awarded a $140,000 grant from the Heroin and Opioid Crime Reduction State Initiative, to expand other efforts that he had implemented to combat the opioid epidemic.

One of these efforts came to fruition in October of 2015, when Koutoujian launched a one-of-a-kind opioid addiction treatment program called the Medically Assisted Treatment and Directed Opioid Rehabilitation (MATADOR), which essentially combines substance abuse counseling with MAT and continuous care for the participants who are returning to the community.

Middlesex Sheriff Peter Koutoujian
Middlesex Sheriff Peter Koutoujian (Courtesy of the Middlesex Sheriff’s Office)

“We counsel people inside, and if they want to participate in our MATADOR program they may,” he said. “If they don’t want to, they don’t have to. We’re finding that the number of people who want to try the program is becoming more and more exponential among self-referrals. We initially thought we would get a number of referrals from drug courts, but more and more of those who are incarcerated with us want to give it a try because they have been hearing good things about it.”

The six-month program provides the opioid antagonist naltrexone to inmates who may be suffering from a SUD, which has been a very successful move, Koutoujian said, as the drug blocks the effects of opioids but is also non-habit forming and has long lasting properties.

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“I think more people want to try antagonist replacement drugs,” he said. “Many people here have tried agonists [such as methadone] in the past and now they have this window of sobriety and they want to try something new so they’re joining the program. We’ve been getting good results and keeping data.”

According to Koutoujian, about 60 men completed the full MATADOR program and 40 men are currently participating in it. Among almost 100 participants, there were only two re-incarcerations.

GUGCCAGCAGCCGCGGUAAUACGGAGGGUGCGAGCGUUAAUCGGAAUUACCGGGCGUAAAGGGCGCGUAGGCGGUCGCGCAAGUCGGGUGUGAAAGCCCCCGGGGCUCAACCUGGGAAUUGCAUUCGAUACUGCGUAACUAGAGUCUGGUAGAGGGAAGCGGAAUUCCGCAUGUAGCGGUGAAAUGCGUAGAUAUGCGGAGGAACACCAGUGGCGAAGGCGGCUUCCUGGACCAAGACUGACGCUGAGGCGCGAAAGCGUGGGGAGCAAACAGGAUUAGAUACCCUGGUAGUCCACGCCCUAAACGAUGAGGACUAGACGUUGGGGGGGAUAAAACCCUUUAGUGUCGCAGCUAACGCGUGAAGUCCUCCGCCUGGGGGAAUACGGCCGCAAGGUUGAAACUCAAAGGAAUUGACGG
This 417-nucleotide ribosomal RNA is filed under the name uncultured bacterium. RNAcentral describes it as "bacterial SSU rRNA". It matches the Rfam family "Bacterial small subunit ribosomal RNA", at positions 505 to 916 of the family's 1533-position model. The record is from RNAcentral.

“This is not simply a probation or parole officer directing a program that the participant has to adhere to, but more of a program where there’s a mentor, a counselor and an assistant to help,” he said. “Just giving MAT to someone doesn’t solve the problem. Our workers exhibit empathy and oftentimes are the only people inmates have to share good things with. It’s a public health program but our numbers show that it’s having a significant public safety impact too.”

Unfortunately, the number of people in prison in Middlesex County who are affected by drug addiction reflects that the problem in the area remains alarming. Koutoujian said that every year thousands of inmates there need drug detox and more than 80 percent of people incarcerated report alcohol or drug abuse. Just last week, 87 of the 88 men who were incarnated had opioid in their systems and needed polysubstance detox, he said.

But the new collaborative brings hope to those aiming to change the statistics. “Bringing in third party validators is important,” Koutoujian said. “UMass will help us not only with our data collection but with our processes, and we have seen firsthand the benefits of having real-time data. They’ll give us an outside perspective, referrals, and feedback – those are all great resources.”

Summary
UMass Medical School partners with correctional leaders to expand addiction treatment
Article Name
UMass Medical School partners with correctional leaders to expand addiction treatment
Description
UMass Medical School is collaborating with correctional leaders in aims to research and improve drug addiction treatment for prison and jail populations.
Author
Livia Areas-Holmblad
Publisher Name
Addiction Now